Note that this classification is also included under the high noble category. The difference here is that the proportion of gold and palladium is a great deal less than its high noble cousin. More copper, and silver are in the mix in its place. These alloys have a fairly low melting temperature, and are more prone to sagging during application of porcelain. Thus they are used mostly for full cast restorations rather than PFM applications. A typical formula is: gold 45%; Copper 15%; Silver 25%; Palladium 5%.
Palladium based alloys offer a less expensive alternative to high noble alloys since they can cost between one half and one quarter as much as the high gold alternative.
These are very rigid and make excellent full cast or PFM restorations. They do contain copper and sometimes are prone to sagging during porcelain firing. The gallium is added to reduce the melting temperature of the alloy as a whole. A typical formula is Palladium 79%; Copper 7%; Gallium 6%.
Palladium-Silver and Silver-Palladium alloys
As the name(s) imply, the recipes for these alloys vary depending on the relative content of palladium and silver. These were popular in the early 1970's as a noble alternative to the base metal alloys with which they were designed to compete. Higher palladium alloys are popular for PFM frameworks. Higher silver alloys are more susceptible to corrosion and the silver may lead to greening of the porcelain unless precautions are taken. On the other hand, they have high resistance to sagging during porcelain firing and are very rigid, so they are good for long spans. They are also more castable (more fluid in the molten state), easier to solder and easier to work with than the base metal alloys. Typical recipes include: Palladium 61%; silver 24%; Tin (in some formulas). Another is: Silver 66%; Palladium 23%; Gold (In some formulas, a low percentage of gold was included to satisfy insurance requirements regarding the definition of nobility in the alloy.)
Base metal alloys have been around since the 1970's. They contain less than 25% noble metal, but in actuality, most contain no noble metal at all. They can be used for full cast or PFM restorations, as well as for partial denture frameworks. As a group, they are much harder, stronger and have twice the elasticity of the high-noble and noble metal alloys. Thus castings can be made thinner and still retain the rigidity to support porcelain. They have excellent sag resistance and are great for long span porcelain bridges. They appear at first glance to be the ideal metal for cast dental restorations, and for a while, they were heavily used for PFM frameworks due to their low cost and high strength characteristics.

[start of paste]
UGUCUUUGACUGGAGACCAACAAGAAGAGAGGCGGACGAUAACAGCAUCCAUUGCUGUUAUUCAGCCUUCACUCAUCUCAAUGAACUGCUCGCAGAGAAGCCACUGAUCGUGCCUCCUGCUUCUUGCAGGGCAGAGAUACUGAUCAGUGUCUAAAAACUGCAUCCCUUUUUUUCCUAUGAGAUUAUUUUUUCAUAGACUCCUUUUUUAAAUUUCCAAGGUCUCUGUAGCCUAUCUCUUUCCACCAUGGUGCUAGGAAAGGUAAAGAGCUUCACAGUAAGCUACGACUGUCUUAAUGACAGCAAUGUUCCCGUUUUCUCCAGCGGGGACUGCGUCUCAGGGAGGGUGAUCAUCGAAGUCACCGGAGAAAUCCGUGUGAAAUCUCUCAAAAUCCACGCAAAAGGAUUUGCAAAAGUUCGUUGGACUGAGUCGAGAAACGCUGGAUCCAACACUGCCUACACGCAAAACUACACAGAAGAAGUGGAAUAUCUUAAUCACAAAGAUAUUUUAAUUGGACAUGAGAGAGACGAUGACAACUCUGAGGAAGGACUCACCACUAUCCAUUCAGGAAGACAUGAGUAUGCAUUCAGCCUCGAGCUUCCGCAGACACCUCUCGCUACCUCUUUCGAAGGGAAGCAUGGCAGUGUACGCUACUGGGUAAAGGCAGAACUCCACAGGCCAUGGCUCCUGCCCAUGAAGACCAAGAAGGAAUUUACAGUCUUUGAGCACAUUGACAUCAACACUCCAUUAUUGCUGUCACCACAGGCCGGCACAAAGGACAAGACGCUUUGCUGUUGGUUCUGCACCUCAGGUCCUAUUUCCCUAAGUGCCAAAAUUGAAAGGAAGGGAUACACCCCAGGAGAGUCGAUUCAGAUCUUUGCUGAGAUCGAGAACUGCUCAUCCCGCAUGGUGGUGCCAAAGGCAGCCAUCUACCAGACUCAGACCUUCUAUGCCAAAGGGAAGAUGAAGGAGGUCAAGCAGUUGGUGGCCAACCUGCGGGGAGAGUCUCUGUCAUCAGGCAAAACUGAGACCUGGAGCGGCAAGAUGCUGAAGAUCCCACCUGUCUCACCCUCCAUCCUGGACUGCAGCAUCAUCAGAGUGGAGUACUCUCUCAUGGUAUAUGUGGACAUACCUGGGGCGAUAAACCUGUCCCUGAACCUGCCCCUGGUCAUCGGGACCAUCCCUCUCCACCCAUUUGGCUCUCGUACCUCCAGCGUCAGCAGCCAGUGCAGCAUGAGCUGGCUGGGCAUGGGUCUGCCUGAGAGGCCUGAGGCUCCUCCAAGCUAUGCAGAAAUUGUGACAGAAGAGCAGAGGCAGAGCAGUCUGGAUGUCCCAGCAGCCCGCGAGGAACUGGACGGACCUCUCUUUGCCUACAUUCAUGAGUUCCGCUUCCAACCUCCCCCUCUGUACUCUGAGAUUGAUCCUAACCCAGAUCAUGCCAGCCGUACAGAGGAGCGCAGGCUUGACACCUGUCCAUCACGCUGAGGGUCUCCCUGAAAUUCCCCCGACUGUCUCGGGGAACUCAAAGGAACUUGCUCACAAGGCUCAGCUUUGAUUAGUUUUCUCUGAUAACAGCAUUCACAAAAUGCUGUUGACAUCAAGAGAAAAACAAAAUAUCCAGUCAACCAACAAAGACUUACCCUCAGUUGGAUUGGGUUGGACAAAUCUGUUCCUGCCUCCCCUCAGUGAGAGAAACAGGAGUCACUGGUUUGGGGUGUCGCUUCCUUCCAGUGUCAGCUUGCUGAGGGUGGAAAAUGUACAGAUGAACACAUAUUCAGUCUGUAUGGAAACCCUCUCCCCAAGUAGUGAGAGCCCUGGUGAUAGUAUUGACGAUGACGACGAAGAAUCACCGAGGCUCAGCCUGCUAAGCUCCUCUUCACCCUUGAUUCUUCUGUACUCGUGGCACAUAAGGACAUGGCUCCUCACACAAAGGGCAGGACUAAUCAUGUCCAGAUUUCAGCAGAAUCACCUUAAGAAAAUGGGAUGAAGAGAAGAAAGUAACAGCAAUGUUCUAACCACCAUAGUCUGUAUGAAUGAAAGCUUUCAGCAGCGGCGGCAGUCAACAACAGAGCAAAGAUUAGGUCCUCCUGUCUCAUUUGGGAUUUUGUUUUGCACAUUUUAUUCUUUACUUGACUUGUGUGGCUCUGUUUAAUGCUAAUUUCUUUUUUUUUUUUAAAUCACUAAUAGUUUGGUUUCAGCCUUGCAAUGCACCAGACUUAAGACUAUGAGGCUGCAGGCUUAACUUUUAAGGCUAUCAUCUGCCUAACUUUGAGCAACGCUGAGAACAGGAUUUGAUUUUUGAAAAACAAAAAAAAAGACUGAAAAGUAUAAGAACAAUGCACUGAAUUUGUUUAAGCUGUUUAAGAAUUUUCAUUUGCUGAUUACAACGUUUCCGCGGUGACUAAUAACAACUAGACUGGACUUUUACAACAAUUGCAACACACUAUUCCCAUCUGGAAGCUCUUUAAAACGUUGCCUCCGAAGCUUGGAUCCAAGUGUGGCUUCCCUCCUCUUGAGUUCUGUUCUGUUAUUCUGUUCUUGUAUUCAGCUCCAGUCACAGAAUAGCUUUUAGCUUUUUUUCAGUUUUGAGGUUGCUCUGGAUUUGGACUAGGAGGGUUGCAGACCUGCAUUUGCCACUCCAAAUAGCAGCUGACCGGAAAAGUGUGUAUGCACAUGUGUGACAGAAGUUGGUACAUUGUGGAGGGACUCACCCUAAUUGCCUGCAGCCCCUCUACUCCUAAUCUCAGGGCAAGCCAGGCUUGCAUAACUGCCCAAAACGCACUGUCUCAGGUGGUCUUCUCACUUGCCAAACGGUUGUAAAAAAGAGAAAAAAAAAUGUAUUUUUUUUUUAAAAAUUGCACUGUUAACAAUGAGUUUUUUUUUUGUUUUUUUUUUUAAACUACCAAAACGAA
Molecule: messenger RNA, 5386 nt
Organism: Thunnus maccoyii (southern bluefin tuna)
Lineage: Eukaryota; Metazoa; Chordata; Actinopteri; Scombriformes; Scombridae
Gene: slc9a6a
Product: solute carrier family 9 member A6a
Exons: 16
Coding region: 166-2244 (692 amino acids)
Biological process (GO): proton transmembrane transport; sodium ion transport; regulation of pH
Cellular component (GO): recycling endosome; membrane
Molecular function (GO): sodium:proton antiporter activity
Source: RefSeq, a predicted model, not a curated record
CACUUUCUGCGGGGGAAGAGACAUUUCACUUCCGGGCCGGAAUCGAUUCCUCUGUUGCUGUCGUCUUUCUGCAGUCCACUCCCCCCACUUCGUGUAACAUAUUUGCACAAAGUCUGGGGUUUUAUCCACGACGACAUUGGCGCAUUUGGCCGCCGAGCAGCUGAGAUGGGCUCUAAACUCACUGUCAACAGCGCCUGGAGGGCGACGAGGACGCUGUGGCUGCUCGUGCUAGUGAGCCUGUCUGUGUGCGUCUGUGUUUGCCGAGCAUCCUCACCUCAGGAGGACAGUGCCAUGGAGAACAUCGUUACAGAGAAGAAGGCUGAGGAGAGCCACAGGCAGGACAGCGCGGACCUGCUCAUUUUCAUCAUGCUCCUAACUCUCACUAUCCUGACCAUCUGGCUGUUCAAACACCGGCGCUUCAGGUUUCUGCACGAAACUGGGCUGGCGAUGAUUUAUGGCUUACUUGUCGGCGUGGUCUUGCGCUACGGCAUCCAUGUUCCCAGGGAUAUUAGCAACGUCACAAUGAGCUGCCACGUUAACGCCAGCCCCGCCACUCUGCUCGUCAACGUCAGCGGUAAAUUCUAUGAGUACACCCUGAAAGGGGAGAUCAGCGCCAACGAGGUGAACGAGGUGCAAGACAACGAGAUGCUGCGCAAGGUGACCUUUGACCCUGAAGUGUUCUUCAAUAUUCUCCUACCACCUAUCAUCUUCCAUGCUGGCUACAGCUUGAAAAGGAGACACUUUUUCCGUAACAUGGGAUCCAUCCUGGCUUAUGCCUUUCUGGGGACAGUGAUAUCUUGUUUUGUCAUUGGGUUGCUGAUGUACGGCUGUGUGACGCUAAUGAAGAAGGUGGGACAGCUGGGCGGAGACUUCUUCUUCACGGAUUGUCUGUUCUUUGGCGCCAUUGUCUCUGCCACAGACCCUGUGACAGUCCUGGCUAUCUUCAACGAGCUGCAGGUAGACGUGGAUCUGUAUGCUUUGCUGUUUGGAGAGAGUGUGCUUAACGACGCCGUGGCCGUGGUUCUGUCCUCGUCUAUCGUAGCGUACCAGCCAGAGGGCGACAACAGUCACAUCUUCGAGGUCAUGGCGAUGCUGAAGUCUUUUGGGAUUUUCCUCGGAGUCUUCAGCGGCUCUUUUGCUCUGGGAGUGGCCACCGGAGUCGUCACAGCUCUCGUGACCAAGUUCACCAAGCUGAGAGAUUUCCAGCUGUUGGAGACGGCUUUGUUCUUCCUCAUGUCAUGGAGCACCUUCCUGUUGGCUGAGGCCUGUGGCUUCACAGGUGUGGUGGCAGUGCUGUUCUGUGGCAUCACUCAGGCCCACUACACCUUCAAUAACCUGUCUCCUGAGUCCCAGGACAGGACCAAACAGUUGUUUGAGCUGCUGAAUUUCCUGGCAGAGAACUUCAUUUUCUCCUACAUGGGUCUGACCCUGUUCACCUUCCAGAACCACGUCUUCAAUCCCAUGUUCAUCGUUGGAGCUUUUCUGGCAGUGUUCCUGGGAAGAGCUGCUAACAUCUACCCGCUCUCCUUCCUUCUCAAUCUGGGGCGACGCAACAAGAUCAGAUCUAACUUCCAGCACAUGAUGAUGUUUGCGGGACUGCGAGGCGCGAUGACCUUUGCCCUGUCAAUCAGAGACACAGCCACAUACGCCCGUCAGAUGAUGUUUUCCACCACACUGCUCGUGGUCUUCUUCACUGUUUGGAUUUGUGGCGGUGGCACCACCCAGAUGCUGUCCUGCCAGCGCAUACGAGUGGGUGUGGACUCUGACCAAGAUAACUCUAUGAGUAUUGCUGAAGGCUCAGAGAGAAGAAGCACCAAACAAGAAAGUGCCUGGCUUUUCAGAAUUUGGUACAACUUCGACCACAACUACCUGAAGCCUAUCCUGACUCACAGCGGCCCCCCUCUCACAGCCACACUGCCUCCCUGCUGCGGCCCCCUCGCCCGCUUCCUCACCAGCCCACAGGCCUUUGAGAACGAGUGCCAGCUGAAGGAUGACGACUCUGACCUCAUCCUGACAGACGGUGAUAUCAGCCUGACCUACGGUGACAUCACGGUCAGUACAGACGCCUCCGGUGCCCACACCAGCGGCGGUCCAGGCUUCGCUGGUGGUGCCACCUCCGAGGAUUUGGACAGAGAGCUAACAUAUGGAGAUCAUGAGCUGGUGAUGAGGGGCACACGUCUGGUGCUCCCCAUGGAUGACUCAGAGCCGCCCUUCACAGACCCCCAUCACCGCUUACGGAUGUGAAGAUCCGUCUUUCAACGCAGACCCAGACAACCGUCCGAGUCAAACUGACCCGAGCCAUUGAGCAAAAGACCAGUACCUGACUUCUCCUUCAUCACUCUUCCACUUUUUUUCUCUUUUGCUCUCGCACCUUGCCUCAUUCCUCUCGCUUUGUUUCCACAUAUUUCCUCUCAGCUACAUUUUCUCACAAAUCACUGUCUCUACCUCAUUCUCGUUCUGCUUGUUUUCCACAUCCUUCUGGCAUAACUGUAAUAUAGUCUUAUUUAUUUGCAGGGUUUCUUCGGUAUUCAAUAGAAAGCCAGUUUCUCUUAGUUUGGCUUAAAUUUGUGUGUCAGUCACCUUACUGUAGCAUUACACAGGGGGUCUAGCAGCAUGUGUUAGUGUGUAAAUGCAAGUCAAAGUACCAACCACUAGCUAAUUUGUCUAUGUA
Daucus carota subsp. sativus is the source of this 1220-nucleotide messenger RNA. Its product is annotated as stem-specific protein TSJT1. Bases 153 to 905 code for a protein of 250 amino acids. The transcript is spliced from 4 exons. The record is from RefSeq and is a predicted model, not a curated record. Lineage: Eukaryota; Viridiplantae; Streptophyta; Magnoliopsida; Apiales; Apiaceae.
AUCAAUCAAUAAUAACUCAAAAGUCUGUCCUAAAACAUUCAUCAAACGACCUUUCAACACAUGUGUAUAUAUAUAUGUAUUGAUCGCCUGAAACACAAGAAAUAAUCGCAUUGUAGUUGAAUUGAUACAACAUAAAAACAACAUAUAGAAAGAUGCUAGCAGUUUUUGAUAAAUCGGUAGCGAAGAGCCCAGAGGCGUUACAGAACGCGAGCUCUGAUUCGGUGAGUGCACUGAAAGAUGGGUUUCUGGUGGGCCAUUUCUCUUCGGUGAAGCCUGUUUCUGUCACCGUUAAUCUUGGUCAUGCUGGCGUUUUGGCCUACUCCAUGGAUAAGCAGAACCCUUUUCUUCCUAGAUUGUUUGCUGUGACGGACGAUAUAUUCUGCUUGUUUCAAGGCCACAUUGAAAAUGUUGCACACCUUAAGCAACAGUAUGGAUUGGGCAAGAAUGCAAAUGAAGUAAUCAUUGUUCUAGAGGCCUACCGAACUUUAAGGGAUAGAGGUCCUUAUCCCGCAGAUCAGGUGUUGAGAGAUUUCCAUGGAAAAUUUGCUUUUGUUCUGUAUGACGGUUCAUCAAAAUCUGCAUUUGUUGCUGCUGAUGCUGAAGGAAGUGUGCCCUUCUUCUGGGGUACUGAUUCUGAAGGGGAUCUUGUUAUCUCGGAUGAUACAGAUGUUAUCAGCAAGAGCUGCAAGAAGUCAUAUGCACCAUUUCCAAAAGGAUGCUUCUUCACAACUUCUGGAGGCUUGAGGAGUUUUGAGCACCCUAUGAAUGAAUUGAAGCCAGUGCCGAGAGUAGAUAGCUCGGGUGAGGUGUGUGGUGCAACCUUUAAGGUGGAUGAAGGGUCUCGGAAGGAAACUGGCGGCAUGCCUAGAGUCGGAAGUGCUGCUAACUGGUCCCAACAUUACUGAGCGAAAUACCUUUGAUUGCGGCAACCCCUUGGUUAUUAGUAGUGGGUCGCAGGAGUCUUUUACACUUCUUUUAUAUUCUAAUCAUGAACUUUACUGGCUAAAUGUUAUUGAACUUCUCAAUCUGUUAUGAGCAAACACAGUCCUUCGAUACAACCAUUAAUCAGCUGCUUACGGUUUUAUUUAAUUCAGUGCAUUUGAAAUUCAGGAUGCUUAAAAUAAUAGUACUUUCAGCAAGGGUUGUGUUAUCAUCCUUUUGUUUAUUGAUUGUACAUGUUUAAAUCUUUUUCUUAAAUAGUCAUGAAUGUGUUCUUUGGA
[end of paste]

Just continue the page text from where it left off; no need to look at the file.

Unfortunately, Nickel and Beryllium, two of the most commonly used constituents used to make base metal alloys, can cause allergic reactions when in intimate contact with the gingiva. Since many women (and now men) have been sensitized to these metals by wearing inexpensive skin piercing jewelry, crowns and bridges made from these alloys have been known to cause gingival discoloration, swelling and redness in susceptible individuals. Note that the allergic reaction is limited to contact gingivitis and effects the gingiva (gums) alone. There are no known systemic (whole body) allergic reactions reported as a result of exposure to oral appliances made from base metal alloys. Allergic reactions appear to be limited to fixed appliances (crowns and bridges). Nickel containing metals rarely cause allergic dermatitis when used for removable partial denture frameworks.